Charlottesville Tomorrow created questionnaires for local candidates in Central Virginia based on issues readers said they care about.
The following is from Bill Hyson, a write in candidate who is running for town council in the Scottsville, in Fluvanna and Albemarle counties. See all the candidates and information about voting in the 2022 Voter Guide.
What are three of the most pressing issues facing your community right now? How will you address them if reelected to Orange Town Council?
I think the three most pressing issues in Scottsville are:
- Analysing both the known impacts and unintended consequences of the proposed large apartment development, which could be located at the end of a small quiet neighbourhood street
- Developing a workable maintenance plan and overseeing the maintenance of the parks, streets, and buildings in the town
- Reviewing, advising, and providing oversight of our small-town budget
I am currently on a very active government service committee that is discussing and making recommendations on each of these important issues.
How do you plan on bolstering your local economy?
The town has an Economic Development Committee that works with the Chamber of Commerce to promote business growth.
Do you support banning guns on town property?
The state prohibits carrying firearms in public areas. Local government must adhere to such state policies, which I support.
Are there capital projects that need to be completed in your jurisdiction? If so, how do you propose completing those?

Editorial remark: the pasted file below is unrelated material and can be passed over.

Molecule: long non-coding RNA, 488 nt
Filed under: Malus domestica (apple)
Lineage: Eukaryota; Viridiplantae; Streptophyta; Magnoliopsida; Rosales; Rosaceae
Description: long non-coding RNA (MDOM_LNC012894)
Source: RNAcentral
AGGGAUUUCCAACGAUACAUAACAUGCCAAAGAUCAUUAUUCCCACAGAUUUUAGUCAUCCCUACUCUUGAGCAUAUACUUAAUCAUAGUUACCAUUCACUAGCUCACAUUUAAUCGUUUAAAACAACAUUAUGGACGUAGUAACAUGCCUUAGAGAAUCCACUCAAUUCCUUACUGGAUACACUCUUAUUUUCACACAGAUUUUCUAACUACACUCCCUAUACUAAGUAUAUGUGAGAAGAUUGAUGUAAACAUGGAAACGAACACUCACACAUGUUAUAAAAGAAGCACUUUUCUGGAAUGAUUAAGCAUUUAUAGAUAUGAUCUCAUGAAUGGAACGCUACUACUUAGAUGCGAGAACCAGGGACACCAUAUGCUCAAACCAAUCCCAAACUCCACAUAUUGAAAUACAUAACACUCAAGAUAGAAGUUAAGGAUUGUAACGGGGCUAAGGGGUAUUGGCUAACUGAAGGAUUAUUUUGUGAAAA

Most capital projects have been completed or begun. Currently there are some much needed renovations being done at Canal Basin Square, a historic park and tourist attraction.
Do you support raising or lowering tax rates in your jurisdiction? If so, why, which taxes and to what extent?
I do not support a separate town property tax, but would consider an increase in lodging or meals taxes. I prefer the town first cut unnecessary expenditures to maintain a balanced budget.
Do you support your jurisdiction taking measures to reduce carbon emissions? If so, what measures do you support? If not, why?
I support reducing carbon emissions and hope the town will continue looking into the possibility of installing solar panels on the public buildings.
Here’s what you need to know to make informed choices about who represents you.
While we can’t cover every story that’s important to you, we do our best to be responsive to your needs. We use tips from readers to choose which stories to cover, to incorporate information into broader reports or to help us decide how to grow Charlottesville Tomorrow. Here’s where you can tell us what you think we should be covering.
More about the 2022 Elections
Why? Politicians and political scientists say it’s about local party politics and money.
Statement from Dan Gristko, who is running for town council in Scottsville, in Albemarle and Fluvanna counties.
Elliott Fox, who is running for town council in the Town of Orange, Orange County, says the water tower and the workforce are key issues.
More local News
Charlottesville Tomorrow reporter Erin O’Hare joined The Journalism Salute podcast to talk about reporting for and being part of a community — and why a public bathroom isn’t always just a bathroom.
Every parcel will have higher allowable density under this proposal. Some areas, especially those near downtown and UVA will have much higher density.
A new City Council member will be chosen mostly behind closed doors, but here’s what the candidates told us about their positions
The shortlist of six candidates gave their views on housing density, tax revenue and hiring.
Charlottesville is about to become just the third school division in Virginia to allow its union to collective bargain
“I think the fact that it was sticky and complicated and difficult makes it even sweeter. We had to work really hard for it and it feels really good,” said Jessica Taylor, president of the Charlottesville Education Association.
Substitute crossing guard Adrienne Dent writes that drivers too often go too fast and that it’s time the city takes further action to slow them down.